This conversation is closed.
What makes you truly angry? How do you handle this emotion?
Our societies tend to avoid anger. Do you? What can anger accomplish? anything?
Closing Statement from Debra Smith
Life is an adventure in forgiveness.
Norman Cousins- US editor & essayist (1915 - 1990)
I believe that learning to forgive is the Masters class in being human. It is a central lesson in Christianity and although I have not studied the others to the same depth, I assume it is central to most of the others as well.
Forgiving others starts in small ways. A child learns to forgive the bumps and bruises of playground play in order to keep their playmates. Those who cannot end up in the sand box alone. As life progresses we must learn to forgive the social injuries that come of dealing with people at all stages of their development and spiritual growth (spiritual not in a religious sense but meaning their inner set of guiding principles). High school is particularly tough for many because the pecking order and the sharp beaks of the chickens and the hard fists of those feeling the power flow through their muscles for the first time. Forgiving and remembering where the traps lie is often the only route through those years where many feel like prey.
We graduate highschool and our hormones settle in for adult life and still we find forgiveness is a necessary tool. I remember once in graduate school taking a course where I had helped a woman extensively with notes and free tutoring. One day, before class, I walked up to join this woman (who was a lab helper at the University) and my prof in conversation. I stood back just a bit waiting for acknowledgement to join the conversation and caught the prof's eye. Then I overheard the woman that I had helped so extensively denegrading me. It was only when I turned to leave that she realized I was there and later joined me to lie and say that she had been telling him wonderful things about me. It was then, for the first time in my life, that I really learned to forgive in a way that relieved me and was not just a 'right thing to do'.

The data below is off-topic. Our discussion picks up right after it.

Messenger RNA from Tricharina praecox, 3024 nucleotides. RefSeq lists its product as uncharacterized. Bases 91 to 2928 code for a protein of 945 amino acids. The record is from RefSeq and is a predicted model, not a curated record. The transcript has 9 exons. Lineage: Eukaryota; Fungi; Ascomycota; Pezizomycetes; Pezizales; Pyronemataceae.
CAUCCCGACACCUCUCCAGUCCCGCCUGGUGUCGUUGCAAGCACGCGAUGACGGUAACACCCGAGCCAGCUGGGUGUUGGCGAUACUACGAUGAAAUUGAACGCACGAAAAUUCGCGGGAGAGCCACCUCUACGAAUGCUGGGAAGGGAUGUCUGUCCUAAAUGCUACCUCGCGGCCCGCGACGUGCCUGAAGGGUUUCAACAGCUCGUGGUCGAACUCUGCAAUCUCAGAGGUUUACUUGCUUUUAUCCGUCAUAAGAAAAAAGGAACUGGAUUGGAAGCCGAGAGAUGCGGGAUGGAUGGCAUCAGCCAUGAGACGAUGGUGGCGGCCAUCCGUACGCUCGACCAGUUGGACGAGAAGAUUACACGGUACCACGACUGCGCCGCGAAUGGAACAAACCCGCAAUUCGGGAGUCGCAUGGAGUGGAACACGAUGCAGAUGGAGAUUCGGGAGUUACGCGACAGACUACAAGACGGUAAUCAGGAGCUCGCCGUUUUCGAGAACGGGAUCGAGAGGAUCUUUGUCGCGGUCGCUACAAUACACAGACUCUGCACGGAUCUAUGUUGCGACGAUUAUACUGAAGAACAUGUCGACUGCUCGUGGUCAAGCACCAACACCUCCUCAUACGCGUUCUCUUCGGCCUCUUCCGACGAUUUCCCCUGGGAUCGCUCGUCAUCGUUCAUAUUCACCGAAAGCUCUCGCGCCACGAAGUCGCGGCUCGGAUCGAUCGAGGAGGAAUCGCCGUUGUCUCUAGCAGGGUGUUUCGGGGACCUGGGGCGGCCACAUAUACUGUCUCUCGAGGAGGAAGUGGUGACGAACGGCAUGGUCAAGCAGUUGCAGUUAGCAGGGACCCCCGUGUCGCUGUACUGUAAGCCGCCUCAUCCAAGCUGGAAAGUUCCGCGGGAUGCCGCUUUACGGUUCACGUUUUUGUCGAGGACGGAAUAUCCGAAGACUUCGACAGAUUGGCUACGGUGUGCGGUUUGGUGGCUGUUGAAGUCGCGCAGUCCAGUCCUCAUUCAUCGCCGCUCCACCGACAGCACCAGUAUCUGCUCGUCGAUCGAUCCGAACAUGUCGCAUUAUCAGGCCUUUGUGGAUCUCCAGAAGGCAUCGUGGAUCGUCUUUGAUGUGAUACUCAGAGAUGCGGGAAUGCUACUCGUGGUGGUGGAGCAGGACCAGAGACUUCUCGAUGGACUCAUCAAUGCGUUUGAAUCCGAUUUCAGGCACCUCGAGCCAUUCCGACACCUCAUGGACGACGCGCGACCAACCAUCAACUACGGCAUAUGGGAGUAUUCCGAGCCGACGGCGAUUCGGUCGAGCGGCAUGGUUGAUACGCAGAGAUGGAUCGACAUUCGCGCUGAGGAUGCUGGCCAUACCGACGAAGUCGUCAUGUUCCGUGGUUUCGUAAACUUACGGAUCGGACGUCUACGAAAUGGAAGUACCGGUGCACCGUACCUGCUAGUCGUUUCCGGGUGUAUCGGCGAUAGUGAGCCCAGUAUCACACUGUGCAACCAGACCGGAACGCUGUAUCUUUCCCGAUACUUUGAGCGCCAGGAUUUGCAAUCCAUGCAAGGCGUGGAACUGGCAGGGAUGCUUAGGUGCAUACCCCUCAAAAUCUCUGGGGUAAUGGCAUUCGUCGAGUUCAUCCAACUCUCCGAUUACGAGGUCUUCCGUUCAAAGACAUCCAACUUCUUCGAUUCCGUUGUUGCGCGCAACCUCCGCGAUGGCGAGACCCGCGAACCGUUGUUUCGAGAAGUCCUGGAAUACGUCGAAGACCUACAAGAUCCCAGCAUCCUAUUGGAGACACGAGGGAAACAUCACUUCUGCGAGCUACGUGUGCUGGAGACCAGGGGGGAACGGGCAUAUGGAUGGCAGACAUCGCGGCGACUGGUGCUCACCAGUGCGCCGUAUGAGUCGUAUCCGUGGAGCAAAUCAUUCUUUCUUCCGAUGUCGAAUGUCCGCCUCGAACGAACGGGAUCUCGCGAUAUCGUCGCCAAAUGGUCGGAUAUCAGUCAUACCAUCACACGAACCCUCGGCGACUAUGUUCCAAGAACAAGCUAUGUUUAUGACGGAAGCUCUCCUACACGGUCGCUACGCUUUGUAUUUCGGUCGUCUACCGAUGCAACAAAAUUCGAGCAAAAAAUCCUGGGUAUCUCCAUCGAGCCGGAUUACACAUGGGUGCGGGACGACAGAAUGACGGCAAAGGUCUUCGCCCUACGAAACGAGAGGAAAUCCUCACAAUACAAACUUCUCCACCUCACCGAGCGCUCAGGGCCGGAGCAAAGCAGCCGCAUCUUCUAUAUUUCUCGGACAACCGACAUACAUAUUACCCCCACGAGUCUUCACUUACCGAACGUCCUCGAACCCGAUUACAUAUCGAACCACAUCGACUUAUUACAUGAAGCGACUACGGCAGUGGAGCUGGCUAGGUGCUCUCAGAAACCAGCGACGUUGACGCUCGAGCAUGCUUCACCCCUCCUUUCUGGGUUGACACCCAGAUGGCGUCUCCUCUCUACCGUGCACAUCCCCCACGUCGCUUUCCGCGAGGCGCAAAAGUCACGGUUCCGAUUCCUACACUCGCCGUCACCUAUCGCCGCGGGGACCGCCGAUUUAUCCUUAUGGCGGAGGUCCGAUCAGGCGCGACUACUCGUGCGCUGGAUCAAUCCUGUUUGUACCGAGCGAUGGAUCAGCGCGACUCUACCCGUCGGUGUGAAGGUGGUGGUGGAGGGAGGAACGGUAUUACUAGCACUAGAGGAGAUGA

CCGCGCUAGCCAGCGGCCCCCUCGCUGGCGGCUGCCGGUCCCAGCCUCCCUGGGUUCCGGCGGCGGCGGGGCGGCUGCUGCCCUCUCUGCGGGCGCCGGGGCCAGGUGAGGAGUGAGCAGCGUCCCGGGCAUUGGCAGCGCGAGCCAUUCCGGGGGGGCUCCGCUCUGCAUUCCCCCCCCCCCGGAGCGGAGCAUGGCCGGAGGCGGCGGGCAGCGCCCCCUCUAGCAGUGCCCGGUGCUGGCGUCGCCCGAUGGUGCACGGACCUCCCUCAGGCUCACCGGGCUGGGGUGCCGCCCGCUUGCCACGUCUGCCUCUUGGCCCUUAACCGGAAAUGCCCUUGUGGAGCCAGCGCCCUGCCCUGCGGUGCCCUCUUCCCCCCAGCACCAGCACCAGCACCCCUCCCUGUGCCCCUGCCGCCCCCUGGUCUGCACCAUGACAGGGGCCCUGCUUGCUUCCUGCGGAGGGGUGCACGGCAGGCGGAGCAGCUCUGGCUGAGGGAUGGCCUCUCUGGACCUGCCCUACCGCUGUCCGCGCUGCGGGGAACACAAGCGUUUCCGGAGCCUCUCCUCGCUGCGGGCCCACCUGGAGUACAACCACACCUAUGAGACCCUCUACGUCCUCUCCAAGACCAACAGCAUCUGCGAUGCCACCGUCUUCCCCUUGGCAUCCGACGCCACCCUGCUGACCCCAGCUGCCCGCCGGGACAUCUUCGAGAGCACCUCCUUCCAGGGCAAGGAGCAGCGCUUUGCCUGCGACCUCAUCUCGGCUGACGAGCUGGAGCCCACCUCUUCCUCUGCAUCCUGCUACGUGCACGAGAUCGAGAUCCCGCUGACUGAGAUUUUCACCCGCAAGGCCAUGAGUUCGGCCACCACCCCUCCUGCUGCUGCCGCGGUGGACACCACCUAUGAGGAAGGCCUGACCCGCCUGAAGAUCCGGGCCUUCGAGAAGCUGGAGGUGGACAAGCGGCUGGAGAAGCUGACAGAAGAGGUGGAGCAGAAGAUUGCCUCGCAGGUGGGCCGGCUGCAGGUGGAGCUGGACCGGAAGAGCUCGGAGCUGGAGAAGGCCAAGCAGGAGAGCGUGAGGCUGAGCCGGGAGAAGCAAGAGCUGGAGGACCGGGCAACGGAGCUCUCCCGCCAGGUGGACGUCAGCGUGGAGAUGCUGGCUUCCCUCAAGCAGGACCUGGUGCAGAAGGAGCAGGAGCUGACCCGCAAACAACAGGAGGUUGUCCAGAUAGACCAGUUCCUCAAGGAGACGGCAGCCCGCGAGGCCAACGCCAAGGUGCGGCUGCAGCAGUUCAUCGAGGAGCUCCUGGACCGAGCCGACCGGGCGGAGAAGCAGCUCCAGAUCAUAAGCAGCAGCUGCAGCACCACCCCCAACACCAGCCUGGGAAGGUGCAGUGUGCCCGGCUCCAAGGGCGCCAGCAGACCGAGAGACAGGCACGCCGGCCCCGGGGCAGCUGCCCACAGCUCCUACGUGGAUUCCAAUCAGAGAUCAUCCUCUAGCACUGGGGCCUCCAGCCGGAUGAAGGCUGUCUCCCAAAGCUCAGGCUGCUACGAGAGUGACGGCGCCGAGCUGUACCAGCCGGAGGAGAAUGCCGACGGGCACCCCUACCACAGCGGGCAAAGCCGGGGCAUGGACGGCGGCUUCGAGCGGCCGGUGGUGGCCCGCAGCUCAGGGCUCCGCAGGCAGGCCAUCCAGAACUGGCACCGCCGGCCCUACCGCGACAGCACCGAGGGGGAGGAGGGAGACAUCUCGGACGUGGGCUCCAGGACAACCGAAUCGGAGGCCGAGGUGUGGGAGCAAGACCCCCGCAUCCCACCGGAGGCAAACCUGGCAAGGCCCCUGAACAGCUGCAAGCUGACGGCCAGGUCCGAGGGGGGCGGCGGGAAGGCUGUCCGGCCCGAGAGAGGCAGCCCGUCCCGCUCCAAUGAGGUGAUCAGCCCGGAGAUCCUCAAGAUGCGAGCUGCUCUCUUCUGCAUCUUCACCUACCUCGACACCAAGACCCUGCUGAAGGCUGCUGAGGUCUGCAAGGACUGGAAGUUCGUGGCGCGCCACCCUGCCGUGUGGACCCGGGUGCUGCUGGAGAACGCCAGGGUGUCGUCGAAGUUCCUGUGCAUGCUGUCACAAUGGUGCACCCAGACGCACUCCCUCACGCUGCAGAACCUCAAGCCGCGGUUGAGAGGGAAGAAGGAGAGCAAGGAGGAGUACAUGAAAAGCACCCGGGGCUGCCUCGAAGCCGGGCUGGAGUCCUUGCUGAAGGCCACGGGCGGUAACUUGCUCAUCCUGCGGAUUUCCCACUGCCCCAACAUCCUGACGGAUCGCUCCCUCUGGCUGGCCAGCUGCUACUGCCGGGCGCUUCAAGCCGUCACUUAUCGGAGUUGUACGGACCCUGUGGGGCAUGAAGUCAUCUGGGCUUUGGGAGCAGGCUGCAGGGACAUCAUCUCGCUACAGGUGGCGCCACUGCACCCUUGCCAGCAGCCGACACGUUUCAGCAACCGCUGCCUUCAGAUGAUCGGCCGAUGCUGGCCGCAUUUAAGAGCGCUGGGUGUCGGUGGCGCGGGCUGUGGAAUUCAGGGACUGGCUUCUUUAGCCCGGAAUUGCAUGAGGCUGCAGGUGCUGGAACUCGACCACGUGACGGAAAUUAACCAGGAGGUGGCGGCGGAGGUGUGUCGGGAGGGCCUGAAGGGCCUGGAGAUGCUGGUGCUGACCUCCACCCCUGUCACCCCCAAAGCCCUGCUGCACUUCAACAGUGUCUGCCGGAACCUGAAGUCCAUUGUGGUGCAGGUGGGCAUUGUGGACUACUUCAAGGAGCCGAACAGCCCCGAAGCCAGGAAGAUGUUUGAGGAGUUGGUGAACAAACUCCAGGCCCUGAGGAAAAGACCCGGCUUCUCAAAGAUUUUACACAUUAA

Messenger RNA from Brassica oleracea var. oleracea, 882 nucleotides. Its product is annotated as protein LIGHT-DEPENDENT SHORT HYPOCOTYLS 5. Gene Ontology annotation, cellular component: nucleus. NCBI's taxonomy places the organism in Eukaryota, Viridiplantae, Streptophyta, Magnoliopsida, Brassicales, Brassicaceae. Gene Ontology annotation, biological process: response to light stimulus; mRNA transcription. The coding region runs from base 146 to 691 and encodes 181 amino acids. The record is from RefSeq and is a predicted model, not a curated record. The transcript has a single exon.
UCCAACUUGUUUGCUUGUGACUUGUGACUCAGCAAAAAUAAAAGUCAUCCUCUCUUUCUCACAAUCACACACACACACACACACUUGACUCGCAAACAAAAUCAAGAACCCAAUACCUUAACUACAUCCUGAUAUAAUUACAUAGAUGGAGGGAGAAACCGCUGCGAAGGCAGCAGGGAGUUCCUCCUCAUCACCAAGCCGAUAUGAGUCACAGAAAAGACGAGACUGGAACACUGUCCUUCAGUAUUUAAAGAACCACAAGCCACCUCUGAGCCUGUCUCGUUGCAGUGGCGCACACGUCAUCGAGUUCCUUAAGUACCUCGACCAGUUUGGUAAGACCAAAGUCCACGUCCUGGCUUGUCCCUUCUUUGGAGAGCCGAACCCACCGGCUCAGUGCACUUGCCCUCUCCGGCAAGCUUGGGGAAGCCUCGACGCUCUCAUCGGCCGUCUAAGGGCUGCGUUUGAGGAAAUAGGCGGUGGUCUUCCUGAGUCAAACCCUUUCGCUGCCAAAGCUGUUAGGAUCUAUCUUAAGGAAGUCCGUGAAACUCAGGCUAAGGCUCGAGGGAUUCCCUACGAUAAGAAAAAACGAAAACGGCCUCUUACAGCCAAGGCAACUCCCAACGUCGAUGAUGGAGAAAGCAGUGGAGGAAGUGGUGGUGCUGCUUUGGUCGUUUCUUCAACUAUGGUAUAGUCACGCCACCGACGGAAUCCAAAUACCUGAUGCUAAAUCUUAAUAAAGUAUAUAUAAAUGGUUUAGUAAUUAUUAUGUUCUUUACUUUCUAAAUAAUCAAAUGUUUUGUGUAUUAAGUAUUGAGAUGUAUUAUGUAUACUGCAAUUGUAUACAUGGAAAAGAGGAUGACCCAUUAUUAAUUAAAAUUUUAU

I came up with a cognitive pretend that helped me so much. I pretended to pick that woman up and place her in China, leaving a spot open in my life for someone new. I reasoned that there were a billion wonderful people in China that I would never get the chance to meet thus I was putting her in a category of unmet people. From that moment on, I could interact with her as though I had never met her before. I could easily treat her with the kindness and politeness that I would treat a person I had just met (but with none of the interest that would allow her into my life). This was a massive break through for me.
That worked well for peripheral relationships of my life but what about those closest to me/ Love covers a multitude of sins but when love dies the forgiveness from the heart is the thing that is needed. It took a new brand or depth of forgiveness after my divorce but I have made it - for real. I have never understood how people who once loved each other could allow it to devolve into hatred. I loved a man for almost 30 years of my life and now he is just the father of my children but it was a process. Now I can even acknowledge his wisdom in diagnosing that the marriage was over.
Now, I face a hillarious challenge. I am planning to go to China for at least a year in the near future. I can't help but wonder if the universe will rotate so that I have to now deal with all those sorts of personalities that I had trouble with in the past when I pretended to move them to China? My own spiritual development often has me repeat lessons until I get them right. So, among the lovely and beautiful people there in China, I have braced myself to be ready to grow again in the lessons of forgiveness that I yet need.
And I also know that the hardest part of forgiveness is to learn to forgive ourselves for foibles, brokenness and all. Here's to the journey and the lessons!